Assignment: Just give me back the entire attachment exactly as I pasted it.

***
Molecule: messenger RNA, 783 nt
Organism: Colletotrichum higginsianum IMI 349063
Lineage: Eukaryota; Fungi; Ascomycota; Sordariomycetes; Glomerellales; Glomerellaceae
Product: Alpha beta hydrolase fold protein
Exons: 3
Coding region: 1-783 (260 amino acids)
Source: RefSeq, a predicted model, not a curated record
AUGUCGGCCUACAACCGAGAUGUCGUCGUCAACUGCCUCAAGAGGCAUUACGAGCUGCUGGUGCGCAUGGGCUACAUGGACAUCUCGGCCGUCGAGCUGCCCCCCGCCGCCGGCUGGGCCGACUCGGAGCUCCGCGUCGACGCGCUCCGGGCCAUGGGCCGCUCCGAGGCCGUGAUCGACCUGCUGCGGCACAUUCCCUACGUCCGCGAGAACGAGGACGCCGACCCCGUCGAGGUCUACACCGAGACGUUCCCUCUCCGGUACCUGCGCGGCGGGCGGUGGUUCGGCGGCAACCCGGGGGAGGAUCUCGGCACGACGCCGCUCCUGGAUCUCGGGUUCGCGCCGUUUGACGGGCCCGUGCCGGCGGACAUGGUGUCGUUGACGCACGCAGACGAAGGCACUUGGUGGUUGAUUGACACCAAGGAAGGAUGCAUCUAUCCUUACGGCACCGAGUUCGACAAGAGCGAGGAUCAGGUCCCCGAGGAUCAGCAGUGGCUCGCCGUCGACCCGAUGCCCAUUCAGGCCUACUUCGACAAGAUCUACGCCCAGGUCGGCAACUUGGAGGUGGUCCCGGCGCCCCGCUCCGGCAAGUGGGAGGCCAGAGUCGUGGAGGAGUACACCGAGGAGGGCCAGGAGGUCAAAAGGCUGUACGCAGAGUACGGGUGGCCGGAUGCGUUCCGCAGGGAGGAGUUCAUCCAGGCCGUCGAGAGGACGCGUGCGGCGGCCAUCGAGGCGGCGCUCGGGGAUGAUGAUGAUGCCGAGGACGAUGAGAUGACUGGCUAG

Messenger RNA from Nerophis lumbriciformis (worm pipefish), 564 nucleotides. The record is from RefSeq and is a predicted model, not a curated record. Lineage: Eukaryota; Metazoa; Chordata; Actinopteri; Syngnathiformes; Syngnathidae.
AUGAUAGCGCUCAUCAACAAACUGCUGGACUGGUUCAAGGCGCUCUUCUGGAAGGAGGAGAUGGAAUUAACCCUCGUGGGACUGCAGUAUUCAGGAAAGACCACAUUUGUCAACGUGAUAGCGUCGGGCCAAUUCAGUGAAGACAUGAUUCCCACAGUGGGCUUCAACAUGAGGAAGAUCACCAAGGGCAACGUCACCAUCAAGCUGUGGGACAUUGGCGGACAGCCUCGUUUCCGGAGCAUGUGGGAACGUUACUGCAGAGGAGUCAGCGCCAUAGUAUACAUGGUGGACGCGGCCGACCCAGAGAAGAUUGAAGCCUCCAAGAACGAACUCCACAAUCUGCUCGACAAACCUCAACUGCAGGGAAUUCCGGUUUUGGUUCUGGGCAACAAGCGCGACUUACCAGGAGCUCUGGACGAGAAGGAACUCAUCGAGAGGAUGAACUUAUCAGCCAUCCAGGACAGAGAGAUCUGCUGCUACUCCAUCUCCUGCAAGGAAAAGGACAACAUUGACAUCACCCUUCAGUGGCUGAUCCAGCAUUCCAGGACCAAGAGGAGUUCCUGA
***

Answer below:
Molecule: messenger RNA, 783 nt
Organism: Colletotrichum higginsianum IMI 349063
Lineage: Eukaryota; Fungi; Ascomycota; Sordariomycetes; Glomerellales; Glomerellaceae
Product: Alpha beta hydrolase fold protein
Exons: 3
Coding region: 1-783 (260 amino acids)
Source: RefSeq, a predicted model, not a curated record
AUGUCGGCCUACAACCGAGAUGUCGUCGUCAACUGCCUCAAGAGGCAUUACGAGCUGCUGGUGCGCAUGGGCUACAUGGACAUCUCGGCCGUCGAGCUGCCCCCCGCCGCCGGCUGGGCCGACUCGGAGCUCCGCGUCGACGCGCUCCGGGCCAUGGGCCGCUCCGAGGCCGUGAUCGACCUGCUGCGGCACAUUCCCUACGUCCGCGAGAACGAGGACGCCGACCCCGUCGAGGUCUACACCGAGACGUUCCCUCUCCGGUACCUGCGCGGCGGGCGGUGGUUCGGCGGCAACCCGGGGGAGGAUCUCGGCACGACGCCGCUCCUGGAUCUCGGGUUCGCGCCGUUUGACGGGCCCGUGCCGGCGGACAUGGUGUCGUUGACGCACGCAGACGAAGGCACUUGGUGGUUGAUUGACACCAAGGAAGGAUGCAUCUAUCCUUACGGCACCGAGUUCGACAAGAGCGAGGAUCAGGUCCCCGAGGAUCAGCAGUGGCUCGCCGUCGACCCGAUGCCCAUUCAGGCCUACUUCGACAAGAUCUACGCCCAGGUCGGCAACUUGGAGGUGGUCCCGGCGCCCCGCUCCGGCAAGUGGGAGGCCAGAGUCGUGGAGGAGUACACCGAGGAGGGCCAGGAGGUCAAAAGGCUGUACGCAGAGUACGGGUGGCCGGAUGCGUUCCGCAGGGAGGAGUUCAUCCAGGCCGUCGAGAGGACGCGUGCGGCGGCCAUCGAGGCGGCGCUCGGGGAUGAUGAUGAUGCCGAGGACGAUGAGAUGACUGGCUAG

Messenger RNA from Nerophis lumbriciformis (worm pipefish), 564 nucleotides. The record is from RefSeq and is a predicted model, not a curated record. Lineage: Eukaryota; Metazoa; Chordata; Actinopteri; Syngnathiformes; Syngnathidae.
AUGAUAGCGCUCAUCAACAAACUGCUGGACUGGUUCAAGGCGCUCUUCUGGAAGGAGGAGAUGGAAUUAACCCUCGUGGGACUGCAGUAUUCAGGAAAGACCACAUUUGUCAACGUGAUAGCGUCGGGCCAAUUCAGUGAAGACAUGAUUCCCACAGUGGGCUUCAACAUGAGGAAGAUCACCAAGGGCAACGUCACCAUCAAGCUGUGGGACAUUGGCGGACAGCCUCGUUUCCGGAGCAUGUGGGAACGUUACUGCAGAGGAGUCAGCGCCAUAGUAUACAUGGUGGACGCGGCCGACCCAGAGAAGAUUGAAGCCUCCAAGAACGAACUCCACAAUCUGCUCGACAAACCUCAACUGCAGGGAAUUCCGGUUUUGGUUCUGGGCAACAAGCGCGACUUACCAGGAGCUCUGGACGAGAAGGAACUCAUCGAGAGGAUGAACUUAUCAGCCAUCCAGGACAGAGAGAUCUGCUGCUACUCCAUCUCCUGCAAGGAAAAGGACAACAUUGACAUCACCCUUCAGUGGCUGAUCCAGCAUUCCAGGACCAAGAGGAGUUCCUGA